Alexa

The key to getting through a Nordic winter? Lighten up!

The key to getting through a Nordic winter? Lighten up!

It doesn't take long for the strong lamps illuminating the white walls of the Iglo Light Cafe to have their desired effect on Carina Fabregat.
"Everything already feels so much easier here than it did outside," Fabregat says, gesturing toward the cold, dark streets hidden beyond the cafe's white window shades.
Like so many other Swedes, the 24-year-old is going to some length to escape the winter blues. That's what sets in when the sun disappears each day by 3 p.m., leaving Stockholm as dark and dreary as an Ingmar Bergman film.
"I always get really depressed in the winter," Fabregat said. "It's like we go into a collective coma. It really affects you when everyone becomes so introverted."
Excessive darkness, it turns out, should not be taken lightly.
A majority of Swedes feel gloomier in winter than in summer, and up to 3 percent have to seek professional treatment for so-called Seasonal Affective Disorder, or winter depression, said Baba Pendse, a doctor at the Malmo University Hospital in southern Sweden.
"You sleep a little longer, you're more tired and you get a stronger craving for sweets and candy," said Pendse, an expert on winter depressions.
To counter that, the Iglo cafe is offering so-called light therapy, an idea normally seen in Nordic hospitals treating patients with winter depression.
Dressed in white cloths draped over their regular clothing, Fabregat and other guests sit in an all-white room to bask in the intense indirect light reflected from strong lamps off the ceiling.
The cafe sells coffee, smoothies and an assortment of pastries, but it is the light therapy that attracts guests, said Martin Sylwan, who opened Iglo in 2004 after fighting off his own winter depression. Most guests come in the morning, he said, spending an hour in the light before heading off to work.
"This is a sort of surrogate for the sun," Sylwan said. "It gives your body the signal that it's actually day."
While the "sun" is artificial, the effect on the mind is real, Pendse said.
A lack of light affects the body's release of melatonin, a hormone that helps regulate a person's sleep cycle, he said. As a result, the brain thinks it's night when it's day.
For those with only mild symptoms of the blues, there are other simple ways to chase off the gloom _ like taking a 30-minute walk outside when the sun actually appears.
"You can do a lot by just changing your habits," Pendse said. "You can also treat yourself to some niceties, like lighting a candle or eating some chocolate _ something to make you happy temporarily."
Here are some other ways the sun-thirsty Swedes fight off the darkness:
___
ANTI-BLUES CRUISE
Cruiseliner Birka Paradise, which makes daily excursions between Stockholm and the island of Aland in the Baltic Sea, offers another escape: A glass-covered "sun deck" with artificial sun lamps shining over beach chairs lined up by a pool.
Each week the ship carries about 8,500 passengers, who jump at the chance to shed their winter coats for a day at the beach.
"The sun deck is incredibly popular in the November and December darkness," Birka Chief Executive Wiveka Burgaz said. "Many Swedes wake up in the morning, open the blinds and say, 'Ah, it's so dark, let's go on a Birka cruise.'"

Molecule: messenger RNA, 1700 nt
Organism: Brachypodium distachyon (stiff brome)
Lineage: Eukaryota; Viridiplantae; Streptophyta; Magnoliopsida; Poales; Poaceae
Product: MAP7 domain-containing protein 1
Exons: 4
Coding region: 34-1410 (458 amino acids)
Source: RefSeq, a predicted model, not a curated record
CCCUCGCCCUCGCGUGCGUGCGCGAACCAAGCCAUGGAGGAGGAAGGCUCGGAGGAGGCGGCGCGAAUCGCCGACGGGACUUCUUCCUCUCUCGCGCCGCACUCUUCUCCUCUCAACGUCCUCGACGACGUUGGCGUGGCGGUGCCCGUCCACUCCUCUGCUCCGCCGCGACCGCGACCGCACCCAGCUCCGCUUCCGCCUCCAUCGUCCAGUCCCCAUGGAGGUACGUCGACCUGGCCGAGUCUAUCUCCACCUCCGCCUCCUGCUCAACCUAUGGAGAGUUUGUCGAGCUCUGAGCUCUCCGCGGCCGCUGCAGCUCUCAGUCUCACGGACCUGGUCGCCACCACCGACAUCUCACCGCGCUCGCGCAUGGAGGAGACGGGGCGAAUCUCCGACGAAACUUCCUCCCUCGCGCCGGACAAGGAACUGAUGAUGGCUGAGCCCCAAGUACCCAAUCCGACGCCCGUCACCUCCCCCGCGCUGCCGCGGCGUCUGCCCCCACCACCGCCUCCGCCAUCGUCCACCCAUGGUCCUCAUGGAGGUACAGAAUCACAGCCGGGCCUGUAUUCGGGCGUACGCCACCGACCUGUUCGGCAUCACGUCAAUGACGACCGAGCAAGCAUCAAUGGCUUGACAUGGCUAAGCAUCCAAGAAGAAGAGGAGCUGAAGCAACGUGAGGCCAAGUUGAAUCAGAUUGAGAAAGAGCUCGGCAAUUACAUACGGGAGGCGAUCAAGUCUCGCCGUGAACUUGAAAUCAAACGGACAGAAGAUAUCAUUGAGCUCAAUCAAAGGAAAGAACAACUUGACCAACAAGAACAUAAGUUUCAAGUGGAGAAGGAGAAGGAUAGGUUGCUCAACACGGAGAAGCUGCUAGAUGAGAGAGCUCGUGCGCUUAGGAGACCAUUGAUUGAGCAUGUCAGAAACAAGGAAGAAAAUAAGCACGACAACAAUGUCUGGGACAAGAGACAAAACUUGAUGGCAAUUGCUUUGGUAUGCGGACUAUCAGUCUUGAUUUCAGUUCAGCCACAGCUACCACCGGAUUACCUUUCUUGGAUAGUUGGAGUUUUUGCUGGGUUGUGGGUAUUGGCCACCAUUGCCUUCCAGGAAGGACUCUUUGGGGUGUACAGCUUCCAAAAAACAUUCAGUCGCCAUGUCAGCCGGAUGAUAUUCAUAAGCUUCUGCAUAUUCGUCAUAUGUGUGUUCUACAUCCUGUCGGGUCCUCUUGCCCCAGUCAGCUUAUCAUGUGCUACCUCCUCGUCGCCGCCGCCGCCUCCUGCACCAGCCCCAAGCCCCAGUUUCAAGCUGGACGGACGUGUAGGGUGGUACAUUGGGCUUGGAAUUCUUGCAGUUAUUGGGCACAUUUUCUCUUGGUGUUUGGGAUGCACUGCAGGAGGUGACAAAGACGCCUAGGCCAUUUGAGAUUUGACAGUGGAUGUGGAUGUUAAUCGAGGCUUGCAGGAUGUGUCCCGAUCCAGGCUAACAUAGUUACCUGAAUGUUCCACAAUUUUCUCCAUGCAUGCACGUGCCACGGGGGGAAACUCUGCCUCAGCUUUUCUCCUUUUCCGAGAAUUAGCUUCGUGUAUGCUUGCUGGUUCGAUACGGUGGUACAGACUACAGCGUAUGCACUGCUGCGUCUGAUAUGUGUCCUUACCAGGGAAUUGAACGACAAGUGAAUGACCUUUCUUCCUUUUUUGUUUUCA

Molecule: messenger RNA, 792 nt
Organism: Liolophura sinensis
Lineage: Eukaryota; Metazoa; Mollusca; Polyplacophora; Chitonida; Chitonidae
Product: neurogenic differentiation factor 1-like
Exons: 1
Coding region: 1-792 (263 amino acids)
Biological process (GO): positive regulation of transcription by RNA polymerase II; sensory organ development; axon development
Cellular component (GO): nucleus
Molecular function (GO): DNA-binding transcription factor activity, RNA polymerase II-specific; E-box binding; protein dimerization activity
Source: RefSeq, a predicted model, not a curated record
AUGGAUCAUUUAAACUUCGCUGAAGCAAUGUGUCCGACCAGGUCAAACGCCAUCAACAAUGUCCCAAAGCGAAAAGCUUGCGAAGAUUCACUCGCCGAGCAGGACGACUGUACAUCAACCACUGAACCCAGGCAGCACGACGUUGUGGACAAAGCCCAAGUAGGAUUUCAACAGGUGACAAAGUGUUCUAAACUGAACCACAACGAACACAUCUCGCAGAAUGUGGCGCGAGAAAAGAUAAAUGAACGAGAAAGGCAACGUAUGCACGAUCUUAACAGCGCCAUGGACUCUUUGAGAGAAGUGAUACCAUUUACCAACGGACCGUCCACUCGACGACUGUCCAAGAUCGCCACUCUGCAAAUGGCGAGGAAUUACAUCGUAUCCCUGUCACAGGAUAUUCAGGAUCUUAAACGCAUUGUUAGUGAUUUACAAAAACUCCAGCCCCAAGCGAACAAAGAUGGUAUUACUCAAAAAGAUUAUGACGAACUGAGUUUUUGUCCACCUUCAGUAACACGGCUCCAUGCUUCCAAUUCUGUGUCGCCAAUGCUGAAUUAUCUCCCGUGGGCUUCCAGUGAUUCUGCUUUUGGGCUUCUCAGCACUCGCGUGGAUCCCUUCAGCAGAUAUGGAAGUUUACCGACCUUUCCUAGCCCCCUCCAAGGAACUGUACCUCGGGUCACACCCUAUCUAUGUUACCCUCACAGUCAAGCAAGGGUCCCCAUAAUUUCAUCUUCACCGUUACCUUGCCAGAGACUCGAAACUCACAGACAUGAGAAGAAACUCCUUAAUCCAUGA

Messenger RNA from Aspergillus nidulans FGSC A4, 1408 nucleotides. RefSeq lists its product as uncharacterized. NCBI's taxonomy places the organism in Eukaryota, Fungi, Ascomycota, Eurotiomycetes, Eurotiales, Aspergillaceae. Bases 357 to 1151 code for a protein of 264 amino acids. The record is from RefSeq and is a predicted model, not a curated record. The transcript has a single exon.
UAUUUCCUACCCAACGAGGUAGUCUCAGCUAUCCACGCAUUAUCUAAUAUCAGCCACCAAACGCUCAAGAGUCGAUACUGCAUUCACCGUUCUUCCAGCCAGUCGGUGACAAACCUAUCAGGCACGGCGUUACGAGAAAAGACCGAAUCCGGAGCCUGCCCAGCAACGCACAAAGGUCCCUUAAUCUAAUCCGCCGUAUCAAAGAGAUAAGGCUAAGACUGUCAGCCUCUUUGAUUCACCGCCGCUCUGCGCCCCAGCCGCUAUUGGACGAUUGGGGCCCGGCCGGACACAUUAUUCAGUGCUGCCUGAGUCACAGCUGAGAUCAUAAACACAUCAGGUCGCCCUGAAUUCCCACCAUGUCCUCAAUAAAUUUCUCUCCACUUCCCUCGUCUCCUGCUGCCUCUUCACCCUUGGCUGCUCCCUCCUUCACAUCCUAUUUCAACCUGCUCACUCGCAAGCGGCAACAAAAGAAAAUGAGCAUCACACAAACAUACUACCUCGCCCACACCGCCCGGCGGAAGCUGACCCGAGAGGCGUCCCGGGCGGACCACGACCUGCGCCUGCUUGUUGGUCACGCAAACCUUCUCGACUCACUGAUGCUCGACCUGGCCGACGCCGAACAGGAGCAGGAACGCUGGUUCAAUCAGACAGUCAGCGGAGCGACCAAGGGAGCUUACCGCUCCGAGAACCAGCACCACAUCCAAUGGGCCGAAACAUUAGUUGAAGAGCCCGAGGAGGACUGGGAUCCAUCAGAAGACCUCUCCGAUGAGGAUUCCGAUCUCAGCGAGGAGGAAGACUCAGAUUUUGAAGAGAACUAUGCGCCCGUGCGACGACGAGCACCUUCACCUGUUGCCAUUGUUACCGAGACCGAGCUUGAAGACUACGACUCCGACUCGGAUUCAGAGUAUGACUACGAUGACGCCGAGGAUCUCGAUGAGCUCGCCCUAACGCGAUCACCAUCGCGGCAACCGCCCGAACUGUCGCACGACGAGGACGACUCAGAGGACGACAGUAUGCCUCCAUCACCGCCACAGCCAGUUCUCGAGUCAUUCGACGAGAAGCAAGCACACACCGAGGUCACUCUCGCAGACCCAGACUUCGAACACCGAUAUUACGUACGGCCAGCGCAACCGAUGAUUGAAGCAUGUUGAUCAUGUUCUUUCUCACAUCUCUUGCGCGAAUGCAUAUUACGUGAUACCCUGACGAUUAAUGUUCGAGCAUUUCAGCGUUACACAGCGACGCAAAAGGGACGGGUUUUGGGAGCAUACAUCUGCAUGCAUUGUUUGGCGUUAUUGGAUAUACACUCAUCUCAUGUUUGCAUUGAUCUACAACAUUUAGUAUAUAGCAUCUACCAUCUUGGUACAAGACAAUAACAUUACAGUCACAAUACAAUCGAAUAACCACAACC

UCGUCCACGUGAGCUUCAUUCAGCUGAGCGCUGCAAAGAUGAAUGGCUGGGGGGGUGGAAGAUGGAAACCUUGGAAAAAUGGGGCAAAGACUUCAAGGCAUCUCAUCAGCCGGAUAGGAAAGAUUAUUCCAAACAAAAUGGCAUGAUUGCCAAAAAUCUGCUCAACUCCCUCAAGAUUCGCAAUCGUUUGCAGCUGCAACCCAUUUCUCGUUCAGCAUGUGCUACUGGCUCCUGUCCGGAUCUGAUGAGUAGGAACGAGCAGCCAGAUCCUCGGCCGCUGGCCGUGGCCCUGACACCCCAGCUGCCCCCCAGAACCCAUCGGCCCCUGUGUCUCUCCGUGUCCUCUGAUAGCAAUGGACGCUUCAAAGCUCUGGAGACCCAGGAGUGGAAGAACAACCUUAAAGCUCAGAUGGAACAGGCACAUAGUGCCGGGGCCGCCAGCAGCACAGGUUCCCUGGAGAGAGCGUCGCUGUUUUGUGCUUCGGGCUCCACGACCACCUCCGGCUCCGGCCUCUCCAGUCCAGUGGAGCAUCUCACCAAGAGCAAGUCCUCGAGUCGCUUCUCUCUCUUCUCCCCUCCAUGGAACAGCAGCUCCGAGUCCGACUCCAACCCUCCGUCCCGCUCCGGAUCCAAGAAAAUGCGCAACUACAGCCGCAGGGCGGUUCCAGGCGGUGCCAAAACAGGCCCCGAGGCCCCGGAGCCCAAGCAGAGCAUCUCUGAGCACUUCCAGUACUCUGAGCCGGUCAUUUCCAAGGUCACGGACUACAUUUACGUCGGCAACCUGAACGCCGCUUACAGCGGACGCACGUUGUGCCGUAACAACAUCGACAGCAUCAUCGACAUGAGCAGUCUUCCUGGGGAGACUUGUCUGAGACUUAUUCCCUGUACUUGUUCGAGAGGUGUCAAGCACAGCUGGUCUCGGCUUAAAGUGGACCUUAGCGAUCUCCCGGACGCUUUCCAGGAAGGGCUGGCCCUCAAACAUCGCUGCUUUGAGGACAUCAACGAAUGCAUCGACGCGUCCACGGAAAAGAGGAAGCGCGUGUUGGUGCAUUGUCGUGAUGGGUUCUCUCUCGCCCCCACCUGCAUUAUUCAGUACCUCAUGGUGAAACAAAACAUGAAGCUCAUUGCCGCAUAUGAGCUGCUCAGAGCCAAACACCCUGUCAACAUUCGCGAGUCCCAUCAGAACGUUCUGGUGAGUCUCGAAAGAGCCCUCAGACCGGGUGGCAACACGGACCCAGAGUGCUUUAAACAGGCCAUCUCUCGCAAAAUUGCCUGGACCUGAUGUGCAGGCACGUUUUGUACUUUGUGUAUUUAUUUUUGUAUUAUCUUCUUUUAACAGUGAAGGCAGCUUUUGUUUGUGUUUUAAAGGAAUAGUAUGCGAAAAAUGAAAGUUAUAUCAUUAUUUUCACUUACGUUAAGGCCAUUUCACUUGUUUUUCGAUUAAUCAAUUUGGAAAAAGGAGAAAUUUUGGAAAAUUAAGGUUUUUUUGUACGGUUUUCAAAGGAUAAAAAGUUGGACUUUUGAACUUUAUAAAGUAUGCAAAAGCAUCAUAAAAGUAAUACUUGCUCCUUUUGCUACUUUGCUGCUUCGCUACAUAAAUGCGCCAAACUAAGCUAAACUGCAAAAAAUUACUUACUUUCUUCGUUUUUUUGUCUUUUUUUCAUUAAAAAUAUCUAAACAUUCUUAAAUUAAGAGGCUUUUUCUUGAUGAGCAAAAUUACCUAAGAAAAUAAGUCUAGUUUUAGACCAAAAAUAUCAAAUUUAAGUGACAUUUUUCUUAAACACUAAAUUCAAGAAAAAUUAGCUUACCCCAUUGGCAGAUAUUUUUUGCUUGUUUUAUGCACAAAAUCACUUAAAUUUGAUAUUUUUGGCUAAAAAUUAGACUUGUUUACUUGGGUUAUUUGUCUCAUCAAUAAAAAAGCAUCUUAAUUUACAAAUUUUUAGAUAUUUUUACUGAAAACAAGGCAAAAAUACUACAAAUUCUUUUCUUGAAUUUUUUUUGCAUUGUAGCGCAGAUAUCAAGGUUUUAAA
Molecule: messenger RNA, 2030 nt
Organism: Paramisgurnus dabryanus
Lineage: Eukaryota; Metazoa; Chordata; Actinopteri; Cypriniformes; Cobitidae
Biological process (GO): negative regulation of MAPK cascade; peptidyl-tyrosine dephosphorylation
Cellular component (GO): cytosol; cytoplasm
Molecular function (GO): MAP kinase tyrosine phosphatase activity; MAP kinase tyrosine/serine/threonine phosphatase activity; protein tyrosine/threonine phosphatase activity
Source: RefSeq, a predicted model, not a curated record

___
SAVED BY A SAINT
Every Dec. 13, Swedish classrooms, offices and city streets are lit up by young, beautiful women wearing white robes and a crown of candles in their hair.
More than a feast for the eye, the annual St. Lucia processions are one of Sweden's oldest attempts at spreading light in the heart of winter.
Like no other country, Sweden has fallen madly in love with the story of St. Lucia, a young Sicilian woman who became a Christian martyr in the early fourth century. Though she is relatively unknown in most of the world, Lucia is the only saint Swedes have honored with a special celebratory day. It could have something to do with her image as a light-bringer. Legend has it that Lucia carried food to prisoners in dark Sicilian dungeons, balancing candles on her head to shine the way.
___
SET FIRE TO A GOAT
It may not be therapeutic, but it does provide one heck of a bonfire: For 40 years, vandals in the city of Gavle have made it a tradition to burn down the giant straw Christmas goat erected by merchants on a central square. Since it was first put up in 1966, the 43-foot-tall goat has been torched 22 times _ last year by two culprits who witnesses said were dressed up as Santa Claus and the Gingerbread Man.
This year, however, organizers are confident they have outsmarted the would-be arsons by dousing the goat _ a centuries-old Christmas symbol in Scandinavia _ in a flame-retardant normally used on airplanes. Oddsmaker PinnacleSports.com remains unconvinced, saying the goat is a 2-to-3 favorite to again light up the sky before the holidays are over.
___
THE COPACABANA COP-OUT
When all else fails, just leave. More than 1 million of Sweden's 9 million citizens escape the winter darkness every year by taking a vacation to a sunnier place. The most popular destination is the Canary Islands, followed by Thailand and South America, said Joakim Eriksson, a spokesman for the Ving travel group.
"More and more people are resorting to that tactic in the winter," Eriksson said. "And it's definitely climate-driven."


Updated : 2020-12-03 07:05 GMT+08:00